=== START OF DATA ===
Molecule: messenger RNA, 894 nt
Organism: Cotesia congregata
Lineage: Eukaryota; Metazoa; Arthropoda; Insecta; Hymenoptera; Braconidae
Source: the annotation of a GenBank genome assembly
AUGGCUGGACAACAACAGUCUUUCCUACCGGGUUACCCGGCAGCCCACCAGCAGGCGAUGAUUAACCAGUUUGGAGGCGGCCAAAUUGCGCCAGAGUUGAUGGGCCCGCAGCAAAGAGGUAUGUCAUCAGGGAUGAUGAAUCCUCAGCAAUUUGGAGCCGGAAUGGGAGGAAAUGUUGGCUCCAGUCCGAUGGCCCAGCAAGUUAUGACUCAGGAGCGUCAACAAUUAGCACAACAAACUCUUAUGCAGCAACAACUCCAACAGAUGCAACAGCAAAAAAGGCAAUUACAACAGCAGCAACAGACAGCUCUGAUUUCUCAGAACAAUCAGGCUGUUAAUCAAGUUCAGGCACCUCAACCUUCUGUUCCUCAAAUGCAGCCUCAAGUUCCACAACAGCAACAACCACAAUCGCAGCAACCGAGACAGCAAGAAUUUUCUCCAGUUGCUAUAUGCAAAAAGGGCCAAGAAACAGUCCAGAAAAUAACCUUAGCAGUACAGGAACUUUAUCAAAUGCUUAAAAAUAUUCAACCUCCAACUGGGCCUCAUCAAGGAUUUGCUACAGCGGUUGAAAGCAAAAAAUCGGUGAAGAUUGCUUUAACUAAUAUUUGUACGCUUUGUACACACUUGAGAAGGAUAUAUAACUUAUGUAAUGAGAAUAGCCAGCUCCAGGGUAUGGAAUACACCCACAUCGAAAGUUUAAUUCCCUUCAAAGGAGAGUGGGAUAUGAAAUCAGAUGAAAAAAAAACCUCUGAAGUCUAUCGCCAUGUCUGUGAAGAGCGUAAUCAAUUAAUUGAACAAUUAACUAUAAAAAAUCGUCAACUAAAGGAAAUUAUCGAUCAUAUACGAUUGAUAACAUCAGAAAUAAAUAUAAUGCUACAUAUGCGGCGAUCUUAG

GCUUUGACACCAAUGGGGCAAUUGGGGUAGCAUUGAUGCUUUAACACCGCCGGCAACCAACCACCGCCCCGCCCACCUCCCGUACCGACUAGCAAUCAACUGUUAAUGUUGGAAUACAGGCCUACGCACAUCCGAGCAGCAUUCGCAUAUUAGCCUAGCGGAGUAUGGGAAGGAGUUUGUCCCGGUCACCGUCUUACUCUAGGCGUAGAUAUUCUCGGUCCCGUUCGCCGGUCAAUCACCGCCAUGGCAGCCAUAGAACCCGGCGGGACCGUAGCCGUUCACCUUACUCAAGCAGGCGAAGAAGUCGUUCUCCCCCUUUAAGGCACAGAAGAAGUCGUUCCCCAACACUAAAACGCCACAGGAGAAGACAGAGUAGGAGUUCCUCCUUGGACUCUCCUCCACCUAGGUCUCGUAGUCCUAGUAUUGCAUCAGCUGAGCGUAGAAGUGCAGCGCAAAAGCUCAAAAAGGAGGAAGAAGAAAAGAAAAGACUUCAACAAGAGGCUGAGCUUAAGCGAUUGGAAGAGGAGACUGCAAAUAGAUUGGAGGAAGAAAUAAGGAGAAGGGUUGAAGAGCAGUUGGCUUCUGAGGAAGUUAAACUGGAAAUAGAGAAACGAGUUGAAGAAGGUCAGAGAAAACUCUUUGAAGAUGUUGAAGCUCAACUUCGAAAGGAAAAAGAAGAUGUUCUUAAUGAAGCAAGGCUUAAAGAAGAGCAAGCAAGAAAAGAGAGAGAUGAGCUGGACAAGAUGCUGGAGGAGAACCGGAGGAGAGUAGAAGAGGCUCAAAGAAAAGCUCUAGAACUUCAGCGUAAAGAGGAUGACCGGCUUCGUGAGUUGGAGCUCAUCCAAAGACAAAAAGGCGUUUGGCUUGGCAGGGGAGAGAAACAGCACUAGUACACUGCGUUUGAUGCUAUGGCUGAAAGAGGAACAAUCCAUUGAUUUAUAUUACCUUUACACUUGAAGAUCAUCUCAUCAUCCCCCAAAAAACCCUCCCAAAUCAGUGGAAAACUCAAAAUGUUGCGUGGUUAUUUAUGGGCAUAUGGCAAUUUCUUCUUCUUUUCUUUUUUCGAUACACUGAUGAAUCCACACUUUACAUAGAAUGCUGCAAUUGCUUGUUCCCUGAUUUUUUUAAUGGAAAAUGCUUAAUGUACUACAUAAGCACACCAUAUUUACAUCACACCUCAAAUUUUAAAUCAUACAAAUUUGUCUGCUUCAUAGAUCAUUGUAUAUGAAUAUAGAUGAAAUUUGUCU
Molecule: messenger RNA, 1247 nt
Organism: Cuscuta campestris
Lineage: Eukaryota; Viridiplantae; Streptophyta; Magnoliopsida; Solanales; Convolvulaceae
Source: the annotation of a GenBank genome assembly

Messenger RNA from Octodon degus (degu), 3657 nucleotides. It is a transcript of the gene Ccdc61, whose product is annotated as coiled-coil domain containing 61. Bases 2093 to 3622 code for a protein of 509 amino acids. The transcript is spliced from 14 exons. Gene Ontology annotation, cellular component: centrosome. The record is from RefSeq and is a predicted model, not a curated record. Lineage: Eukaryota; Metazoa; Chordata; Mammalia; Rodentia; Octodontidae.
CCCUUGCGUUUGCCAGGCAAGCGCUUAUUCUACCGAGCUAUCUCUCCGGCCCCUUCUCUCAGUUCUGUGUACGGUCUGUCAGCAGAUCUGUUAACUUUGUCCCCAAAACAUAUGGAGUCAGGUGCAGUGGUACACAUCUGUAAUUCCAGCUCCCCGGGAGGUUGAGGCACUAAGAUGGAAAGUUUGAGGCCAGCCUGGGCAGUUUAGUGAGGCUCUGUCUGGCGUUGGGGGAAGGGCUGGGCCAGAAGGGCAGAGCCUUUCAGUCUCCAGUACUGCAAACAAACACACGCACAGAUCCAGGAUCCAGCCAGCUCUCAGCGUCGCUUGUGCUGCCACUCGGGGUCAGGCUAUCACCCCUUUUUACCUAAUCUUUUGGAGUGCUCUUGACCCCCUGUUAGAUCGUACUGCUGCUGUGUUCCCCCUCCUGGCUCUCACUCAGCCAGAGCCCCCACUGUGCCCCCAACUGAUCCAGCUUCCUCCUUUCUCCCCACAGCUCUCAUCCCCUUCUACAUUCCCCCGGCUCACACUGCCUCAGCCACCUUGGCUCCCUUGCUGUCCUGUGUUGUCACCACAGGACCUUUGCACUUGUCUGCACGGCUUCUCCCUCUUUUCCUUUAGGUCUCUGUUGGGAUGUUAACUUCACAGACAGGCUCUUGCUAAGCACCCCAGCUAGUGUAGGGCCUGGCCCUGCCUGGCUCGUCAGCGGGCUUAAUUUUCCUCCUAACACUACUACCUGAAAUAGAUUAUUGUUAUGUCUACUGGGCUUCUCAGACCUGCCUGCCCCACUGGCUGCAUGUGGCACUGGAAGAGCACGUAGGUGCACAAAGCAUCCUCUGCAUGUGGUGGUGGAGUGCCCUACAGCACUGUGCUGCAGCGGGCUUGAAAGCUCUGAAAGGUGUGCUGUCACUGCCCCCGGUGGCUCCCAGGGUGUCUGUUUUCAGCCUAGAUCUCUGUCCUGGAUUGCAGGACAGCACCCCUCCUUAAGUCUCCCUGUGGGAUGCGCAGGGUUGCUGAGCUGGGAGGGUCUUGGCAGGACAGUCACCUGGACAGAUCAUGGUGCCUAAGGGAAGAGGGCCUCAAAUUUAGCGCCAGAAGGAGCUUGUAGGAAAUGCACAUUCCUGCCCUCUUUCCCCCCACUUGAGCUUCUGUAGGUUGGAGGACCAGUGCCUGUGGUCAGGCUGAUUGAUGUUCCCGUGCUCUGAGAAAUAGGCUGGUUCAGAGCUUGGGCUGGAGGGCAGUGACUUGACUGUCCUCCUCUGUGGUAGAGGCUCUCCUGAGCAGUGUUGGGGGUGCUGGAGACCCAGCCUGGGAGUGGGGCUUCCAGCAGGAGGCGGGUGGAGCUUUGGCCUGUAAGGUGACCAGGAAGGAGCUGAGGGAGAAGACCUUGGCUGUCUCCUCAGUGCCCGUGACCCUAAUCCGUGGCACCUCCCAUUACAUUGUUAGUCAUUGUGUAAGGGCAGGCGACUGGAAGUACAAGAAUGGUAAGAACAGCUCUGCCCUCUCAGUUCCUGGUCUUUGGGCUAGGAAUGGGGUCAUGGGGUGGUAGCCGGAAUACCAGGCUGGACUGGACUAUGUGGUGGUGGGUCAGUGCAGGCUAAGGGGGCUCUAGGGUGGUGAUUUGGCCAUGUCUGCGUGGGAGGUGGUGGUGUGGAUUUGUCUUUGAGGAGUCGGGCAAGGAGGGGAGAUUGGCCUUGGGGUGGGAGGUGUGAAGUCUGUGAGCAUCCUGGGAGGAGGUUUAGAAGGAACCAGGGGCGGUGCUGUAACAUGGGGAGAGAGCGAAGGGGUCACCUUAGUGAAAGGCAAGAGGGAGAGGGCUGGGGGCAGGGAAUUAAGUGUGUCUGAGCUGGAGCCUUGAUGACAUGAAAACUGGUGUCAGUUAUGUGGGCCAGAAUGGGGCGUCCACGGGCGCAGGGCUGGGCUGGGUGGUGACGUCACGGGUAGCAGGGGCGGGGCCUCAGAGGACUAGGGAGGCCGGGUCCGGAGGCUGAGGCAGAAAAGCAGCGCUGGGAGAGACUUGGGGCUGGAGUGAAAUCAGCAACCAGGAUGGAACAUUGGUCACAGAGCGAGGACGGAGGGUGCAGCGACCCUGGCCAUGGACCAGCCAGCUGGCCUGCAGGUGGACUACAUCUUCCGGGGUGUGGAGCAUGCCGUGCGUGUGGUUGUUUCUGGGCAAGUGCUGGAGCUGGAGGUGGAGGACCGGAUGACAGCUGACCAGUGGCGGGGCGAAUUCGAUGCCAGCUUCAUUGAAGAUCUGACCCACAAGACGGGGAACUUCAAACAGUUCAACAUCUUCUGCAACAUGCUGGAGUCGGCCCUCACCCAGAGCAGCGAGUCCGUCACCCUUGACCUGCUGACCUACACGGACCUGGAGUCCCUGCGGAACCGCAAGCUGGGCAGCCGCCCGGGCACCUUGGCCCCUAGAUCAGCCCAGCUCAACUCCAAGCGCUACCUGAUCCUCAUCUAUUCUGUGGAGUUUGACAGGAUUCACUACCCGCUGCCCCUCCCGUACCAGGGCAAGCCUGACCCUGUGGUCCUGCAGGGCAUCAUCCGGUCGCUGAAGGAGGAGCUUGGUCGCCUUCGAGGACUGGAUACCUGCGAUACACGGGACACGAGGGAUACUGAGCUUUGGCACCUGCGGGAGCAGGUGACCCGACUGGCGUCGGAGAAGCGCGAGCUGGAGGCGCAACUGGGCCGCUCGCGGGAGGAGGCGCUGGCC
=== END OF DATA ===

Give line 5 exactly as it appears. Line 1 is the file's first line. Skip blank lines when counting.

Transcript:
AUGGCUGGACAACAACAGUCUUUCCUACCGGGUUACCCGGCAGCCCACCAGCAGGCGAUGAUUAACCAGUUUGGAGGCGGCCAAAUUGCGCCAGAGUUGAUGGGCCCGCAGCAAAGAGGUAUGUCAUCAGGGAUGAUGAAUCCUCAGCAAUUUGGAGCCGGAAUGGGAGGAAAUGUUGGCUCCAGUCCGAUGGCCCAGCAAGUUAUGACUCAGGAGCGUCAACAAUUAGCACAACAAACUCUUAUGCAGCAACAACUCCAACAGAUGCAACAGCAAAAAAGGCAAUUACAACAGCAGCAACAGACAGCUCUGAUUUCUCAGAACAAUCAGGCUGUUAAUCAAGUUCAGGCACCUCAACCUUCUGUUCCUCAAAUGCAGCCUCAAGUUCCACAACAGCAACAACCACAAUCGCAGCAACCGAGACAGCAAGAAUUUUCUCCAGUUGCUAUAUGCAAAAAGGGCCAAGAAACAGUCCAGAAAAUAACCUUAGCAGUACAGGAACUUUAUCAAAUGCUUAAAAAUAUUCAACCUCCAACUGGGCCUCAUCAAGGAUUUGCUACAGCGGUUGAAAGCAAAAAAUCGGUGAAGAUUGCUUUAACUAAUAUUUGUACGCUUUGUACACACUUGAGAAGGAUAUAUAACUUAUGUAAUGAGAAUAGCCAGCUCCAGGGUAUGGAAUACACCCACAUCGAAAGUUUAAUUCCCUUCAAAGGAGAGUGGGAUAUGAAAUCAGAUGAAAAAAAAACCUCUGAAGUCUAUCGCCAUGUCUGUGAAGAGCGUAAUCAAUUAAUUGAACAAUUAACUAUAAAAAAUCGUCAACUAAAGGAAAUUAUCGAUCAUAUACGAUUGAUAACAUCAGAAAUAAAUAUAAUGCUACAUAUGCGGCGAUCUUAG